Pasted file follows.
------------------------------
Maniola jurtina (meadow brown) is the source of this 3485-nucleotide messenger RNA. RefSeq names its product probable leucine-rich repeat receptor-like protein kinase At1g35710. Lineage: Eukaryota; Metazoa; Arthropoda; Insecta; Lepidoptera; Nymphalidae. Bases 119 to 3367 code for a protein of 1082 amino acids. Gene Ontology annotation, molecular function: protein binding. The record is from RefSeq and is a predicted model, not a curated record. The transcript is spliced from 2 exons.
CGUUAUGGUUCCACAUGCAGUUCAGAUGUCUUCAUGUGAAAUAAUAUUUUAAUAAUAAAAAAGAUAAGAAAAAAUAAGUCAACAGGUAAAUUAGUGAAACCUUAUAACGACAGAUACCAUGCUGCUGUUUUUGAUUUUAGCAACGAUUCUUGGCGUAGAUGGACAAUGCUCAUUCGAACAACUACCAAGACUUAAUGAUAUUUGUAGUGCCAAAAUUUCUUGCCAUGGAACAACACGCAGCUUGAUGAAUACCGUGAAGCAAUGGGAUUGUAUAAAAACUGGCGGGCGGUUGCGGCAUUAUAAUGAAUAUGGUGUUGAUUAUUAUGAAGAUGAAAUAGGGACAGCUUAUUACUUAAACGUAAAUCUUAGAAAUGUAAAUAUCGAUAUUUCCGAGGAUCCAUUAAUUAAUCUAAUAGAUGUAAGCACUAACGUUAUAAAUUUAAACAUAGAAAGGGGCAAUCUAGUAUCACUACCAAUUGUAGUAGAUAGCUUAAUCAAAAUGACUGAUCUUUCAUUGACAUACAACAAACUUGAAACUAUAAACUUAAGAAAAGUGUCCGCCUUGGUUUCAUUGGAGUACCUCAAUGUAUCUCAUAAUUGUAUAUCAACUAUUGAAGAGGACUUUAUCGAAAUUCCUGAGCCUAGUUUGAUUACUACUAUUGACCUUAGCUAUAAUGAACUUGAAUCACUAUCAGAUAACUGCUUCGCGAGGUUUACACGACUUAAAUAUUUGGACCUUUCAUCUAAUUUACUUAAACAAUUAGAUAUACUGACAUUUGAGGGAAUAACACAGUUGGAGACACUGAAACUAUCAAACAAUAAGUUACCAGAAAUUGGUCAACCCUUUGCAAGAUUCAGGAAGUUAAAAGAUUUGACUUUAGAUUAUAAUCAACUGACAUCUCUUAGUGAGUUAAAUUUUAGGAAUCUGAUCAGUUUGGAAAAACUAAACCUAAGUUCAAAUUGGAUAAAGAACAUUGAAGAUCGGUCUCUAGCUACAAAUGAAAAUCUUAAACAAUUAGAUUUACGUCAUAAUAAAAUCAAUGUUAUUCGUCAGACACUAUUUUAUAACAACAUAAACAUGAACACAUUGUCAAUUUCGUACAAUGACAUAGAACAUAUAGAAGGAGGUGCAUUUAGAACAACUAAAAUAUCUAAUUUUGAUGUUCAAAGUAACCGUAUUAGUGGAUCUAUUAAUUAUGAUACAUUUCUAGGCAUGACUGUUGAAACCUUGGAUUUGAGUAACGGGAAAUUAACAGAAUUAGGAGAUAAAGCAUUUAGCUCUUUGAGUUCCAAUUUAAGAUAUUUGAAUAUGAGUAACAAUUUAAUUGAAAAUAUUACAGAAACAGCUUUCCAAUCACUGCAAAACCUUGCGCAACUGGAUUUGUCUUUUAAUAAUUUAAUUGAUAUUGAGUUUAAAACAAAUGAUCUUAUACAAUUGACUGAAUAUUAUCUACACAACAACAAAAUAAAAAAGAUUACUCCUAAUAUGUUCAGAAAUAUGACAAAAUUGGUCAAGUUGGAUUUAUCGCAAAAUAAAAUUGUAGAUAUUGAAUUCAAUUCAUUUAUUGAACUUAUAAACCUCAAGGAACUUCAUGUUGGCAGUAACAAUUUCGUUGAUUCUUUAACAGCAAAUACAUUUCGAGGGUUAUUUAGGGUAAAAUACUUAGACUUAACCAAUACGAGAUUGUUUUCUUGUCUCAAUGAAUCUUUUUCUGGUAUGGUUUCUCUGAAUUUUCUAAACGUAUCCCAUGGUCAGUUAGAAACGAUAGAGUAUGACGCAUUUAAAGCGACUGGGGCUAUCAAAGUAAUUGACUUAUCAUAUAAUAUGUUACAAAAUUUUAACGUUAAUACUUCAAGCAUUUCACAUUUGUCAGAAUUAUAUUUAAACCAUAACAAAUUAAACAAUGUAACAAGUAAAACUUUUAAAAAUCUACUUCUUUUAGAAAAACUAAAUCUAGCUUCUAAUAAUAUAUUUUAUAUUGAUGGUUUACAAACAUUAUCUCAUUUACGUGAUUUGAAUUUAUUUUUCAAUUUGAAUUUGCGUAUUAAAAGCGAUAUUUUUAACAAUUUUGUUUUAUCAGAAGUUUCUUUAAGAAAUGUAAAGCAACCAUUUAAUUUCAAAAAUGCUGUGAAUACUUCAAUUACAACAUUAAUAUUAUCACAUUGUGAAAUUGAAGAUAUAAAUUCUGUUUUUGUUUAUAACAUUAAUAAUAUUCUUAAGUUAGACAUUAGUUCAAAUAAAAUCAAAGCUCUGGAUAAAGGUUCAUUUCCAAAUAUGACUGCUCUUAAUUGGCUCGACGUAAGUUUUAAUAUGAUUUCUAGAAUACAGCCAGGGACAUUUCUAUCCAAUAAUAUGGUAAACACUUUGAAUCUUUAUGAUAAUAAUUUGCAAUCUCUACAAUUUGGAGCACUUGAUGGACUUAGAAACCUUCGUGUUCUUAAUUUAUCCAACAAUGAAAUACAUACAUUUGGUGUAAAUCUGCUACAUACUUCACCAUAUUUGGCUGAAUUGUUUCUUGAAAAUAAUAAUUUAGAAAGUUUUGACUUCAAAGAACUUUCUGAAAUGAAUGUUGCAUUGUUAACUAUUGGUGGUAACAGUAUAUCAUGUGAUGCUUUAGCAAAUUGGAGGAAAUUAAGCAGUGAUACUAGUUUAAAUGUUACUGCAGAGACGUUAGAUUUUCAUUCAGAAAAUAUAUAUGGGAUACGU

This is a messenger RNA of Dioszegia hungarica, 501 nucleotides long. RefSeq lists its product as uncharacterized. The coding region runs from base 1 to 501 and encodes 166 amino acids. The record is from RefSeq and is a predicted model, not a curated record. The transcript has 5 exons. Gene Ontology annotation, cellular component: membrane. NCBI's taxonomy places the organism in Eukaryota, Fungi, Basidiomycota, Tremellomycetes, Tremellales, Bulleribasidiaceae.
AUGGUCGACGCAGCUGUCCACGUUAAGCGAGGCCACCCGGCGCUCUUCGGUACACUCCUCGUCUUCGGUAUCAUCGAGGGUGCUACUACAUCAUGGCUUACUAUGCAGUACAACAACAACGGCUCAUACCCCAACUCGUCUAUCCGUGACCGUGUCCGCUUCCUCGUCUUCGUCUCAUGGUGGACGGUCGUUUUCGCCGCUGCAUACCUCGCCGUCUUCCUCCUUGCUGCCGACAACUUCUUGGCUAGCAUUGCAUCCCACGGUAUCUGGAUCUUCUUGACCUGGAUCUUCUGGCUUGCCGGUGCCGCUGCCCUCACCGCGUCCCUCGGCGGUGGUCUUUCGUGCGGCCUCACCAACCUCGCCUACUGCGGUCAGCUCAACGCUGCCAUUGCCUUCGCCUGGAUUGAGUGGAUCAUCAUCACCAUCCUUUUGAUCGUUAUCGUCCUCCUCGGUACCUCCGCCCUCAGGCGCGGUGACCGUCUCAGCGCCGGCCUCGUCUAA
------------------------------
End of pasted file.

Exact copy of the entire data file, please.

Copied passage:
Maniola jurtina (meadow brown) is the source of this 3485-nucleotide messenger RNA. RefSeq names its product probable leucine-rich repeat receptor-like protein kinase At1g35710. Lineage: Eukaryota; Metazoa; Arthropoda; Insecta; Lepidoptera; Nymphalidae. Bases 119 to 3367 code for a protein of 1082 amino acids. Gene Ontology annotation, molecular function: protein binding. The record is from RefSeq and is a predicted model, not a curated record. The transcript is spliced from 2 exons.
CGUUAUGGUUCCACAUGCAGUUCAGAUGUCUUCAUGUGAAAUAAUAUUUUAAUAAUAAAAAAGAUAAGAAAAAAUAAGUCAACAGGUAAAUUAGUGAAACCUUAUAACGACAGAUACCAUGCUGCUGUUUUUGAUUUUAGCAACGAUUCUUGGCGUAGAUGGACAAUGCUCAUUCGAACAACUACCAAGACUUAAUGAUAUUUGUAGUGCCAAAAUUUCUUGCCAUGGAACAACACGCAGCUUGAUGAAUACCGUGAAGCAAUGGGAUUGUAUAAAAACUGGCGGGCGGUUGCGGCAUUAUAAUGAAUAUGGUGUUGAUUAUUAUGAAGAUGAAAUAGGGACAGCUUAUUACUUAAACGUAAAUCUUAGAAAUGUAAAUAUCGAUAUUUCCGAGGAUCCAUUAAUUAAUCUAAUAGAUGUAAGCACUAACGUUAUAAAUUUAAACAUAGAAAGGGGCAAUCUAGUAUCACUACCAAUUGUAGUAGAUAGCUUAAUCAAAAUGACUGAUCUUUCAUUGACAUACAACAAACUUGAAACUAUAAACUUAAGAAAAGUGUCCGCCUUGGUUUCAUUGGAGUACCUCAAUGUAUCUCAUAAUUGUAUAUCAACUAUUGAAGAGGACUUUAUCGAAAUUCCUGAGCCUAGUUUGAUUACUACUAUUGACCUUAGCUAUAAUGAACUUGAAUCACUAUCAGAUAACUGCUUCGCGAGGUUUACACGACUUAAAUAUUUGGACCUUUCAUCUAAUUUACUUAAACAAUUAGAUAUACUGACAUUUGAGGGAAUAACACAGUUGGAGACACUGAAACUAUCAAACAAUAAGUUACCAGAAAUUGGUCAACCCUUUGCAAGAUUCAGGAAGUUAAAAGAUUUGACUUUAGAUUAUAAUCAACUGACAUCUCUUAGUGAGUUAAAUUUUAGGAAUCUGAUCAGUUUGGAAAAACUAAACCUAAGUUCAAAUUGGAUAAAGAACAUUGAAGAUCGGUCUCUAGCUACAAAUGAAAAUCUUAAACAAUUAGAUUUACGUCAUAAUAAAAUCAAUGUUAUUCGUCAGACACUAUUUUAUAACAACAUAAACAUGAACACAUUGUCAAUUUCGUACAAUGACAUAGAACAUAUAGAAGGAGGUGCAUUUAGAACAACUAAAAUAUCUAAUUUUGAUGUUCAAAGUAACCGUAUUAGUGGAUCUAUUAAUUAUGAUACAUUUCUAGGCAUGACUGUUGAAACCUUGGAUUUGAGUAACGGGAAAUUAACAGAAUUAGGAGAUAAAGCAUUUAGCUCUUUGAGUUCCAAUUUAAGAUAUUUGAAUAUGAGUAACAAUUUAAUUGAAAAUAUUACAGAAACAGCUUUCCAAUCACUGCAAAACCUUGCGCAACUGGAUUUGUCUUUUAAUAAUUUAAUUGAUAUUGAGUUUAAAACAAAUGAUCUUAUACAAUUGACUGAAUAUUAUCUACACAACAACAAAAUAAAAAAGAUUACUCCUAAUAUGUUCAGAAAUAUGACAAAAUUGGUCAAGUUGGAUUUAUCGCAAAAUAAAAUUGUAGAUAUUGAAUUCAAUUCAUUUAUUGAACUUAUAAACCUCAAGGAACUUCAUGUUGGCAGUAACAAUUUCGUUGAUUCUUUAACAGCAAAUACAUUUCGAGGGUUAUUUAGGGUAAAAUACUUAGACUUAACCAAUACGAGAUUGUUUUCUUGUCUCAAUGAAUCUUUUUCUGGUAUGGUUUCUCUGAAUUUUCUAAACGUAUCCCAUGGUCAGUUAGAAACGAUAGAGUAUGACGCAUUUAAAGCGACUGGGGCUAUCAAAGUAAUUGACUUAUCAUAUAAUAUGUUACAAAAUUUUAACGUUAAUACUUCAAGCAUUUCACAUUUGUCAGAAUUAUAUUUAAACCAUAACAAAUUAAACAAUGUAACAAGUAAAACUUUUAAAAAUCUACUUCUUUUAGAAAAACUAAAUCUAGCUUCUAAUAAUAUAUUUUAUAUUGAUGGUUUACAAACAUUAUCUCAUUUACGUGAUUUGAAUUUAUUUUUCAAUUUGAAUUUGCGUAUUAAAAGCGAUAUUUUUAACAAUUUUGUUUUAUCAGAAGUUUCUUUAAGAAAUGUAAAGCAACCAUUUAAUUUCAAAAAUGCUGUGAAUACUUCAAUUACAACAUUAAUAUUAUCACAUUGUGAAAUUGAAGAUAUAAAUUCUGUUUUUGUUUAUAACAUUAAUAAUAUUCUUAAGUUAGACAUUAGUUCAAAUAAAAUCAAAGCUCUGGAUAAAGGUUCAUUUCCAAAUAUGACUGCUCUUAAUUGGCUCGACGUAAGUUUUAAUAUGAUUUCUAGAAUACAGCCAGGGACAUUUCUAUCCAAUAAUAUGGUAAACACUUUGAAUCUUUAUGAUAAUAAUUUGCAAUCUCUACAAUUUGGAGCACUUGAUGGACUUAGAAACCUUCGUGUUCUUAAUUUAUCCAACAAUGAAAUACAUACAUUUGGUGUAAAUCUGCUACAUACUUCACCAUAUUUGGCUGAAUUGUUUCUUGAAAAUAAUAAUUUAGAAAGUUUUGACUUCAAAGAACUUUCUGAAAUGAAUGUUGCAUUGUUAACUAUUGGUGGUAACAGUAUAUCAUGUGAUGCUUUAGCAAAUUGGAGGAAAUUAAGCAGUGAUACUAGUUUAAAUGUUACUGCAGAGACGUUAGAUUUUCAUUCAGAAAAUAUAUAUGGGAUACGU

This is a messenger RNA of Dioszegia hungarica, 501 nucleotides long. RefSeq lists its product as uncharacterized. The coding region runs from base 1 to 501 and encodes 166 amino acids. The record is from RefSeq and is a predicted model, not a curated record. The transcript has 5 exons. Gene Ontology annotation, cellular component: membrane. NCBI's taxonomy places the organism in Eukaryota, Fungi, Basidiomycota, Tremellomycetes, Tremellales, Bulleribasidiaceae.
AUGGUCGACGCAGCUGUCCACGUUAAGCGAGGCCACCCGGCGCUCUUCGGUACACUCCUCGUCUUCGGUAUCAUCGAGGGUGCUACUACAUCAUGGCUUACUAUGCAGUACAACAACAACGGCUCAUACCCCAACUCGUCUAUCCGUGACCGUGUCCGCUUCCUCGUCUUCGUCUCAUGGUGGACGGUCGUUUUCGCCGCUGCAUACCUCGCCGUCUUCCUCCUUGCUGCCGACAACUUCUUGGCUAGCAUUGCAUCCCACGGUAUCUGGAUCUUCUUGACCUGGAUCUUCUGGCUUGCCGGUGCCGCUGCCCUCACCGCGUCCCUCGGCGGUGGUCUUUCGUGCGGCCUCACCAACCUCGCCUACUGCGGUCAGCUCAACGCUGCCAUUGCCUUCGCCUGGAUUGAGUGGAUCAUCAUCACCAUCCUUUUGAUCGUUAUCGUCCUCCUCGGUACCUCCGCCCUCAGGCGCGGUGACCGUCUCAGCGCCGGCCUCGUCUAA